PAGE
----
In other words, 50 PA is not some kind of talismanic number where a light bulb suddenly goes on. It is simply the point at which you can say that a guy with a swing % of N, in a league where the average swing % is M, has a “true” swing % of (N+M)/2. Before that point, you can still say that his true level is closer to N than M, and after that point, you can continue to build evidence that his true level is closer to N than (N+M)/2.

    2) PC’s research was done in a vaccum, where he was simply looking at a player’s performance in a single season. It is not directly attributable to the question here, which is that N PA tells you when someone’s skill level has changed. If you want to determine that, the size of the sample isn’t the only thing that matters — how much the sample differs from expectations matters as well.

    Lance Berkman isn’t anywhere near the threshold where his HR/FB rate “stabilizes” (300 PA), yet ZiPS has gone from projecting him to hit 17 HR over 504 PA before the season to projecting 17 HR over 413 remaining PA as of today.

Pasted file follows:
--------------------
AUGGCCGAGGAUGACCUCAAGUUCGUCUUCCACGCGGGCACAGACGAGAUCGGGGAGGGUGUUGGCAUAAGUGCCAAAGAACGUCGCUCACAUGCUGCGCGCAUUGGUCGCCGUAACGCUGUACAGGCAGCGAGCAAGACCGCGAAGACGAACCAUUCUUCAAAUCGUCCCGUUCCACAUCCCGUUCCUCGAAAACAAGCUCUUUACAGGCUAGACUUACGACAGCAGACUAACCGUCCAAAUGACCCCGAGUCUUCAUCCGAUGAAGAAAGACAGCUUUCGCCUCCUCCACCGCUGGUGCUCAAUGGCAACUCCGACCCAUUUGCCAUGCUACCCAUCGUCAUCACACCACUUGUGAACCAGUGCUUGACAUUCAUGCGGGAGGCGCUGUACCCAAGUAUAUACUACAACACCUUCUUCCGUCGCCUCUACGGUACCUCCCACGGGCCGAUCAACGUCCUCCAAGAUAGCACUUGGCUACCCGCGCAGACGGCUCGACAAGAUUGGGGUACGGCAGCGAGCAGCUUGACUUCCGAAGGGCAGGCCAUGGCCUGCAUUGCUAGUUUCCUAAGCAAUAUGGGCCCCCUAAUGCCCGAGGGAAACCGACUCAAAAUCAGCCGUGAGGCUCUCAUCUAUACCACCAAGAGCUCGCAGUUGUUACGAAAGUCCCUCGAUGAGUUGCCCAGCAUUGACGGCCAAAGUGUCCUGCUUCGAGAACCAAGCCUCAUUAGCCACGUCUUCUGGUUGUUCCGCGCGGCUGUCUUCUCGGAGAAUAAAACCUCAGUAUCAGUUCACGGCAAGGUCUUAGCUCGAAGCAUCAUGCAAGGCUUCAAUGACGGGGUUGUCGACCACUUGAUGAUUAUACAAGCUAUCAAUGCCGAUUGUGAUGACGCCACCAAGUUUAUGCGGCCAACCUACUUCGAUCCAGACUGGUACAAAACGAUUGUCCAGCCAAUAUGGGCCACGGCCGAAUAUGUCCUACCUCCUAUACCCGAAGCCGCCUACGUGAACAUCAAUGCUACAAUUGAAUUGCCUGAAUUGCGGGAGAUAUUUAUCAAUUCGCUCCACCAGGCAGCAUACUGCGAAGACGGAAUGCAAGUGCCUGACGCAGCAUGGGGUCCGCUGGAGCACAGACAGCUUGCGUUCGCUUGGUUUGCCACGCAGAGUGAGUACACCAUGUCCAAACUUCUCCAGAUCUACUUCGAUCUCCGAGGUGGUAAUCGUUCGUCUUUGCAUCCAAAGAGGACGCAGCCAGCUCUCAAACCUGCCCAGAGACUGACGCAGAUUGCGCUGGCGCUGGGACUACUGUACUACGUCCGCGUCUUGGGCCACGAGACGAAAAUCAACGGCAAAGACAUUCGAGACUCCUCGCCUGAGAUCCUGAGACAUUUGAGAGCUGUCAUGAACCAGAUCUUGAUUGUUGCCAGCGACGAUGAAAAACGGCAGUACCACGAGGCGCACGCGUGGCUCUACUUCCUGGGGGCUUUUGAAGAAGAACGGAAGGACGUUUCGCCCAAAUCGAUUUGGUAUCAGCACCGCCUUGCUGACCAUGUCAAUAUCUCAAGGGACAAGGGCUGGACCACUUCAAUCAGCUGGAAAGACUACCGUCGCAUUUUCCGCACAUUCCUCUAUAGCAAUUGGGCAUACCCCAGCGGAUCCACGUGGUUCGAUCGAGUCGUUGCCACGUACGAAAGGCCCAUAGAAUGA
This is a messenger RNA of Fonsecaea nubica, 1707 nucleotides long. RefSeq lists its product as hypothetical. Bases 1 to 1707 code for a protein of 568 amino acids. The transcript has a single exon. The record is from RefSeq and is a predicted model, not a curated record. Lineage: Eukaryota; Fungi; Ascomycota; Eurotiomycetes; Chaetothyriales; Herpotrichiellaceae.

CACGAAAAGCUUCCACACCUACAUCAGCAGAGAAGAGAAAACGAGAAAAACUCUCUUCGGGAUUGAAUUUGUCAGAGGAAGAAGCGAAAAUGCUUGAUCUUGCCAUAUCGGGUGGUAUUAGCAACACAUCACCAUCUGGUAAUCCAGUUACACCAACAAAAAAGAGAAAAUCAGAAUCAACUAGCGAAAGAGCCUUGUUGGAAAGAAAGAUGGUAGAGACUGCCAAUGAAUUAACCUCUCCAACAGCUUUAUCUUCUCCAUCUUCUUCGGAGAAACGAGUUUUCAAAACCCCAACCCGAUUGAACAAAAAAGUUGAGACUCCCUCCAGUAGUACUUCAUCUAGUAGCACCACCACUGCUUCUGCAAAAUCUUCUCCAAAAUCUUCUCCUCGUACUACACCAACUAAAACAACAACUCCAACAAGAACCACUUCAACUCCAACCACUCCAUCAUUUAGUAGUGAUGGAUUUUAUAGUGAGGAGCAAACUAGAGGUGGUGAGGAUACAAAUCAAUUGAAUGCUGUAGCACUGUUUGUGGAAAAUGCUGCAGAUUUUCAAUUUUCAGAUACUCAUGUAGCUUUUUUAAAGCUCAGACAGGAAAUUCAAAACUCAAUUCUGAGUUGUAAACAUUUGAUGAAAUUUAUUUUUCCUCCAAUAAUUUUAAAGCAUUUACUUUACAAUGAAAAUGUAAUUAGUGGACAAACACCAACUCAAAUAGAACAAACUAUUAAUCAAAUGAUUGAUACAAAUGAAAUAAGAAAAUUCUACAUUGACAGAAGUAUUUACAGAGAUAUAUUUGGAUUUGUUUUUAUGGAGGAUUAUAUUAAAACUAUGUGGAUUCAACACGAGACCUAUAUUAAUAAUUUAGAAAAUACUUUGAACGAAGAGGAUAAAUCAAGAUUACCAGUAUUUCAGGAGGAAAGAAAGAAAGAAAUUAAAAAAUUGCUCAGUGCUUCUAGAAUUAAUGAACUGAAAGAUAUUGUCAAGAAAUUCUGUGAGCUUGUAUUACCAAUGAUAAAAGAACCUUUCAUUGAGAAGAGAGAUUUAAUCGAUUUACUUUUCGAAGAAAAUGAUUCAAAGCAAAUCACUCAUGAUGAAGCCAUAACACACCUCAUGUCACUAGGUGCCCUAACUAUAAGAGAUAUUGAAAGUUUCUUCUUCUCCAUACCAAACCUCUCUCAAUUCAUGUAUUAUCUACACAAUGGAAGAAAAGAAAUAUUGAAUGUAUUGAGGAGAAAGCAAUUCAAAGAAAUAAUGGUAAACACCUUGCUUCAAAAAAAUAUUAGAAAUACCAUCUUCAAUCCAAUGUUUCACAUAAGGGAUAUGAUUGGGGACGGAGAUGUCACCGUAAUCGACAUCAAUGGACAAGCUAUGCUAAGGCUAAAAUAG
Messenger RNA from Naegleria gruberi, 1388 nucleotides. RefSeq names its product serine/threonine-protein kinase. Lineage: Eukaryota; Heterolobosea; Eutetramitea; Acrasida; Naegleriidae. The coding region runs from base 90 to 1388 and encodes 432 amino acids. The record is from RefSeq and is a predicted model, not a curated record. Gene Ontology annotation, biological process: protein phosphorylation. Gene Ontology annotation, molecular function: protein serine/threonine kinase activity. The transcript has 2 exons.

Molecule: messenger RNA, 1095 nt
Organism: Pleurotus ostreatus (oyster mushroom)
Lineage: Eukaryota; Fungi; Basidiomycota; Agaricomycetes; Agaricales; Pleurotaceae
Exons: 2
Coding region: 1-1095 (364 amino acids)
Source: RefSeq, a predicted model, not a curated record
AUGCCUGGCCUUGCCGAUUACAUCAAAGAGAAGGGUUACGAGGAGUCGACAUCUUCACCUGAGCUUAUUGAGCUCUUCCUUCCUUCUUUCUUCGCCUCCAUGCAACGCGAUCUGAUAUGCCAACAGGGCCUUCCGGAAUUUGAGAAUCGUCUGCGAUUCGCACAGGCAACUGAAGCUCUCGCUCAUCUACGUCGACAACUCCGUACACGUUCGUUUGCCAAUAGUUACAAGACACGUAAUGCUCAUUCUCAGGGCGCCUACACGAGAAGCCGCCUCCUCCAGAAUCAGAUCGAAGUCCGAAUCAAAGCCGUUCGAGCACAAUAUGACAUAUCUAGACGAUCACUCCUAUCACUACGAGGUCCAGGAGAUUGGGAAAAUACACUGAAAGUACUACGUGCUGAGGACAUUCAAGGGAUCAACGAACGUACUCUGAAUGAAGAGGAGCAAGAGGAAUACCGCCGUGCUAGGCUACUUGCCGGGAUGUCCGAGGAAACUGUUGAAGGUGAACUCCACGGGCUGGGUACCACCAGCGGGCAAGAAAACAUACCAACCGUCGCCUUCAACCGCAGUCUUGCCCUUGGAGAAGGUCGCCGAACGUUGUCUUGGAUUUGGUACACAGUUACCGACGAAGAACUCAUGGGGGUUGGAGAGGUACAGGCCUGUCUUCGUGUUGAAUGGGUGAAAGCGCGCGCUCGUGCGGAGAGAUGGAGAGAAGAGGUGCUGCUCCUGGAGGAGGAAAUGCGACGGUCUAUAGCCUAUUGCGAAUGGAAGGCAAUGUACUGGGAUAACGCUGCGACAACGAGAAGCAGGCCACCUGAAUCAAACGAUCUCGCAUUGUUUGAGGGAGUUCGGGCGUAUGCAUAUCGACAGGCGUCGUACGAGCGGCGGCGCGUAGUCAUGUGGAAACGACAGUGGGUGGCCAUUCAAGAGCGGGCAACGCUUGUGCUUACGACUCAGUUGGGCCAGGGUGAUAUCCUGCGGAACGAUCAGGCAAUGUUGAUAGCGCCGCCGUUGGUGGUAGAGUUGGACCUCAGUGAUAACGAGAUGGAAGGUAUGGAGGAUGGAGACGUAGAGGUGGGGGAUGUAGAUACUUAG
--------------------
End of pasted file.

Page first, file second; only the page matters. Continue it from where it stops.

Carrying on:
Why? Because Berkman’s performance to date is already statistically significant. He is multiple standard deviations above his projected performance to the point where it is more likely than not that his projection is no longer accurate going forward.

    Calculating exactly how much significance his performance to date has — and thus how much to adjust his projection — will relate to similar concepts as “stabilization,” but you cannot simply treat any PA/BF threshold as a magic number where things suddenly become meaningful. Every PA and BF carries some tiny bit of significance, and if they consistently point in the same direction, they can add up to real meaning long before a statistic “stabilizes.”

    Comment by Chris — May 6, 2011 @ 7:49 pm